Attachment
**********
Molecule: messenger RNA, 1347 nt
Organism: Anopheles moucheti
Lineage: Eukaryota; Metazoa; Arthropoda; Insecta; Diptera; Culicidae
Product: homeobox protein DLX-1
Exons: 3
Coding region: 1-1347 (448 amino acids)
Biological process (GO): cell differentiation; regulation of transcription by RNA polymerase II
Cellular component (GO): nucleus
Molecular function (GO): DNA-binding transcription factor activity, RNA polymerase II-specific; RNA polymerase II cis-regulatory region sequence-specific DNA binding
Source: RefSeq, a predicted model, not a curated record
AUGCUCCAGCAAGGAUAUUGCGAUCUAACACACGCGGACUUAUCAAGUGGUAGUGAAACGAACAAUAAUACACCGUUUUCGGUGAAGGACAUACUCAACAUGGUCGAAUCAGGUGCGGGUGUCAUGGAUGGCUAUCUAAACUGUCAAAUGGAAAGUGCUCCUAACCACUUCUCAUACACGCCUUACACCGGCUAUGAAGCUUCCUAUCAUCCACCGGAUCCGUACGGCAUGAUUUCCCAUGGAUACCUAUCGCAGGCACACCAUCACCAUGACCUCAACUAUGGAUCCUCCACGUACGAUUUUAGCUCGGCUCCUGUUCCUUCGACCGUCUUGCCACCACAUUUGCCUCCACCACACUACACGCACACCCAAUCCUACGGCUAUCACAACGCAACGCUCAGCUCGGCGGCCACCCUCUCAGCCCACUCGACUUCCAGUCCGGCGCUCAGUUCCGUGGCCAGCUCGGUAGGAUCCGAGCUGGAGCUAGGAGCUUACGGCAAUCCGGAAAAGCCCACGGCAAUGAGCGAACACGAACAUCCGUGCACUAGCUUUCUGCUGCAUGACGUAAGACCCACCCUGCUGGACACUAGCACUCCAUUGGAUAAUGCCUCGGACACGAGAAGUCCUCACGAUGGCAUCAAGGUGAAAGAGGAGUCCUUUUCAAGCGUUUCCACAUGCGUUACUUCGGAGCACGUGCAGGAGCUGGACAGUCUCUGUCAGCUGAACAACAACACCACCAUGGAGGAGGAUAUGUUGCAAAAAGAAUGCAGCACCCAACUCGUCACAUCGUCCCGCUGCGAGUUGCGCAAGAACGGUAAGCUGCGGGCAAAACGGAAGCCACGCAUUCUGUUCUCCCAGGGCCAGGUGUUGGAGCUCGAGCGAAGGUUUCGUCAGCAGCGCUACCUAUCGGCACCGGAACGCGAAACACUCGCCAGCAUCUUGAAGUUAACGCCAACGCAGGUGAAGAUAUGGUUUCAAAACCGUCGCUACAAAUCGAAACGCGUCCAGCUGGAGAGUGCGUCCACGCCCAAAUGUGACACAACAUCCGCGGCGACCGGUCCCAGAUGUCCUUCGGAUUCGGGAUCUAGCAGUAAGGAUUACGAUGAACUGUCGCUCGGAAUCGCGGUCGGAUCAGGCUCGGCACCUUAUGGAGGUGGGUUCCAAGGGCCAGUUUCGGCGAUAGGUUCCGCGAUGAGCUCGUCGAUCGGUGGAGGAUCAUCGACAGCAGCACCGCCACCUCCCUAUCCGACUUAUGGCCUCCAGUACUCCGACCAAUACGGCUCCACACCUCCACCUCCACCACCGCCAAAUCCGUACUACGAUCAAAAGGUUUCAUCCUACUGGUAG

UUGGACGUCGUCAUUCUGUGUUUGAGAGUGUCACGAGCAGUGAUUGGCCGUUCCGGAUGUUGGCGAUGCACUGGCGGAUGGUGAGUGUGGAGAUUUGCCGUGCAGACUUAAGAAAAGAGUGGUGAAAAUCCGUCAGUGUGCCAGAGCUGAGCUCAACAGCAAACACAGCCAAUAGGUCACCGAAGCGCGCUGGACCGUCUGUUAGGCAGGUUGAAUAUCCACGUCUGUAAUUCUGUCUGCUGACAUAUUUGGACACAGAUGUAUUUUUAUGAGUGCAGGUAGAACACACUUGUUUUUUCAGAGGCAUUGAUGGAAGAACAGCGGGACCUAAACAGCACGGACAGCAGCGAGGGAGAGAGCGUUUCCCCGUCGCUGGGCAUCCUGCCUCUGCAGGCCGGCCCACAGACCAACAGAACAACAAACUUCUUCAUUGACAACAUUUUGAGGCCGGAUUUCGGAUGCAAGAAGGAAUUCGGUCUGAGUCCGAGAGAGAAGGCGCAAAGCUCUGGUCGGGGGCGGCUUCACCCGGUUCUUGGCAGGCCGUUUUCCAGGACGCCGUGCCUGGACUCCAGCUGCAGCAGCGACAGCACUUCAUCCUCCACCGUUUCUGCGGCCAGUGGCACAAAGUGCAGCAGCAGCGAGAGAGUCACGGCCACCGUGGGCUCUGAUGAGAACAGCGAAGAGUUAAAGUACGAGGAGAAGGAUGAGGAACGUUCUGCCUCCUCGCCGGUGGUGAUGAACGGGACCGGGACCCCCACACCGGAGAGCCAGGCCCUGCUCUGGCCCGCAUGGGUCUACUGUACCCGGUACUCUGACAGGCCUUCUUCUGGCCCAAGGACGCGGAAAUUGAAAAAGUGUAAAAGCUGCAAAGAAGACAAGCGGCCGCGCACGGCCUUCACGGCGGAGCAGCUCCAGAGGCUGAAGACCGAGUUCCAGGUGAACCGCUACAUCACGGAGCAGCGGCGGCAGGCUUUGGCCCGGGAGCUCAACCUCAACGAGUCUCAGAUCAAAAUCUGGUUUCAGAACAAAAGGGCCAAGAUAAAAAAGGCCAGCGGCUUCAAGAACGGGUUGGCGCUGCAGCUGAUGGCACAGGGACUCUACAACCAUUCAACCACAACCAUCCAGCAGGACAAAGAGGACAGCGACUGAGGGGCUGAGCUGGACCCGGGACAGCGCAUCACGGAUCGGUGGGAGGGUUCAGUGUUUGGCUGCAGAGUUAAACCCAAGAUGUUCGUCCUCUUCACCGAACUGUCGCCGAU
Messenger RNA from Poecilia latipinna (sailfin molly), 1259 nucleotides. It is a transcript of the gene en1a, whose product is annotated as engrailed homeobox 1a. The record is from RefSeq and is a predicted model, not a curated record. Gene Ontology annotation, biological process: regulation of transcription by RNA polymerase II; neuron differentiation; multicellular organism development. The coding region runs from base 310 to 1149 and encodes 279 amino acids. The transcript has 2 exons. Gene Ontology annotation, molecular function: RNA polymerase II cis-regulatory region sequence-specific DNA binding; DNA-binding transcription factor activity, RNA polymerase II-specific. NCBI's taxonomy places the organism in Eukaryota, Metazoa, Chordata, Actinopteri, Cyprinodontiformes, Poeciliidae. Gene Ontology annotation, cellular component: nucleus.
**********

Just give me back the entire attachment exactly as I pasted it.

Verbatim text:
Molecule: messenger RNA, 1347 nt
Organism: Anopheles moucheti
Lineage: Eukaryota; Metazoa; Arthropoda; Insecta; Diptera; Culicidae
Product: homeobox protein DLX-1
Exons: 3
Coding region: 1-1347 (448 amino acids)
Biological process (GO): cell differentiation; regulation of transcription by RNA polymerase II
Cellular component (GO): nucleus
Molecular function (GO): DNA-binding transcription factor activity, RNA polymerase II-specific; RNA polymerase II cis-regulatory region sequence-specific DNA binding
Source: RefSeq, a predicted model, not a curated record
AUGCUCCAGCAAGGAUAUUGCGAUCUAACACACGCGGACUUAUCAAGUGGUAGUGAAACGAACAAUAAUACACCGUUUUCGGUGAAGGACAUACUCAACAUGGUCGAAUCAGGUGCGGGUGUCAUGGAUGGCUAUCUAAACUGUCAAAUGGAAAGUGCUCCUAACCACUUCUCAUACACGCCUUACACCGGCUAUGAAGCUUCCUAUCAUCCACCGGAUCCGUACGGCAUGAUUUCCCAUGGAUACCUAUCGCAGGCACACCAUCACCAUGACCUCAACUAUGGAUCCUCCACGUACGAUUUUAGCUCGGCUCCUGUUCCUUCGACCGUCUUGCCACCACAUUUGCCUCCACCACACUACACGCACACCCAAUCCUACGGCUAUCACAACGCAACGCUCAGCUCGGCGGCCACCCUCUCAGCCCACUCGACUUCCAGUCCGGCGCUCAGUUCCGUGGCCAGCUCGGUAGGAUCCGAGCUGGAGCUAGGAGCUUACGGCAAUCCGGAAAAGCCCACGGCAAUGAGCGAACACGAACAUCCGUGCACUAGCUUUCUGCUGCAUGACGUAAGACCCACCCUGCUGGACACUAGCACUCCAUUGGAUAAUGCCUCGGACACGAGAAGUCCUCACGAUGGCAUCAAGGUGAAAGAGGAGUCCUUUUCAAGCGUUUCCACAUGCGUUACUUCGGAGCACGUGCAGGAGCUGGACAGUCUCUGUCAGCUGAACAACAACACCACCAUGGAGGAGGAUAUGUUGCAAAAAGAAUGCAGCACCCAACUCGUCACAUCGUCCCGCUGCGAGUUGCGCAAGAACGGUAAGCUGCGGGCAAAACGGAAGCCACGCAUUCUGUUCUCCCAGGGCCAGGUGUUGGAGCUCGAGCGAAGGUUUCGUCAGCAGCGCUACCUAUCGGCACCGGAACGCGAAACACUCGCCAGCAUCUUGAAGUUAACGCCAACGCAGGUGAAGAUAUGGUUUCAAAACCGUCGCUACAAAUCGAAACGCGUCCAGCUGGAGAGUGCGUCCACGCCCAAAUGUGACACAACAUCCGCGGCGACCGGUCCCAGAUGUCCUUCGGAUUCGGGAUCUAGCAGUAAGGAUUACGAUGAACUGUCGCUCGGAAUCGCGGUCGGAUCAGGCUCGGCACCUUAUGGAGGUGGGUUCCAAGGGCCAGUUUCGGCGAUAGGUUCCGCGAUGAGCUCGUCGAUCGGUGGAGGAUCAUCGACAGCAGCACCGCCACCUCCCUAUCCGACUUAUGGCCUCCAGUACUCCGACCAAUACGGCUCCACACCUCCACCUCCACCACCGCCAAAUCCGUACUACGAUCAAAAGGUUUCAUCCUACUGGUAG

UUGGACGUCGUCAUUCUGUGUUUGAGAGUGUCACGAGCAGUGAUUGGCCGUUCCGGAUGUUGGCGAUGCACUGGCGGAUGGUGAGUGUGGAGAUUUGCCGUGCAGACUUAAGAAAAGAGUGGUGAAAAUCCGUCAGUGUGCCAGAGCUGAGCUCAACAGCAAACACAGCCAAUAGGUCACCGAAGCGCGCUGGACCGUCUGUUAGGCAGGUUGAAUAUCCACGUCUGUAAUUCUGUCUGCUGACAUAUUUGGACACAGAUGUAUUUUUAUGAGUGCAGGUAGAACACACUUGUUUUUUCAGAGGCAUUGAUGGAAGAACAGCGGGACCUAAACAGCACGGACAGCAGCGAGGGAGAGAGCGUUUCCCCGUCGCUGGGCAUCCUGCCUCUGCAGGCCGGCCCACAGACCAACAGAACAACAAACUUCUUCAUUGACAACAUUUUGAGGCCGGAUUUCGGAUGCAAGAAGGAAUUCGGUCUGAGUCCGAGAGAGAAGGCGCAAAGCUCUGGUCGGGGGCGGCUUCACCCGGUUCUUGGCAGGCCGUUUUCCAGGACGCCGUGCCUGGACUCCAGCUGCAGCAGCGACAGCACUUCAUCCUCCACCGUUUCUGCGGCCAGUGGCACAAAGUGCAGCAGCAGCGAGAGAGUCACGGCCACCGUGGGCUCUGAUGAGAACAGCGAAGAGUUAAAGUACGAGGAGAAGGAUGAGGAACGUUCUGCCUCCUCGCCGGUGGUGAUGAACGGGACCGGGACCCCCACACCGGAGAGCCAGGCCCUGCUCUGGCCCGCAUGGGUCUACUGUACCCGGUACUCUGACAGGCCUUCUUCUGGCCCAAGGACGCGGAAAUUGAAAAAGUGUAAAAGCUGCAAAGAAGACAAGCGGCCGCGCACGGCCUUCACGGCGGAGCAGCUCCAGAGGCUGAAGACCGAGUUCCAGGUGAACCGCUACAUCACGGAGCAGCGGCGGCAGGCUUUGGCCCGGGAGCUCAACCUCAACGAGUCUCAGAUCAAAAUCUGGUUUCAGAACAAAAGGGCCAAGAUAAAAAAGGCCAGCGGCUUCAAGAACGGGUUGGCGCUGCAGCUGAUGGCACAGGGACUCUACAACCAUUCAACCACAACCAUCCAGCAGGACAAAGAGGACAGCGACUGAGGGGCUGAGCUGGACCCGGGACAGCGCAUCACGGAUCGGUGGGAGGGUUCAGUGUUUGGCUGCAGAGUUAAACCCAAGAUGUUCGUCCUCUUCACCGAACUGUCGCCGAU
Messenger RNA from Poecilia latipinna (sailfin molly), 1259 nucleotides. It is a transcript of the gene en1a, whose product is annotated as engrailed homeobox 1a. The record is from RefSeq and is a predicted model, not a curated record. Gene Ontology annotation, biological process: regulation of transcription by RNA polymerase II; neuron differentiation; multicellular organism development. The coding region runs from base 310 to 1149 and encodes 279 amino acids. The transcript has 2 exons. Gene Ontology annotation, molecular function: RNA polymerase II cis-regulatory region sequence-specific DNA binding; DNA-binding transcription factor activity, RNA polymerase II-specific. NCBI's taxonomy places the organism in Eukaryota, Metazoa, Chordata, Actinopteri, Cyprinodontiformes, Poeciliidae. Gene Ontology annotation, cellular component: nucleus.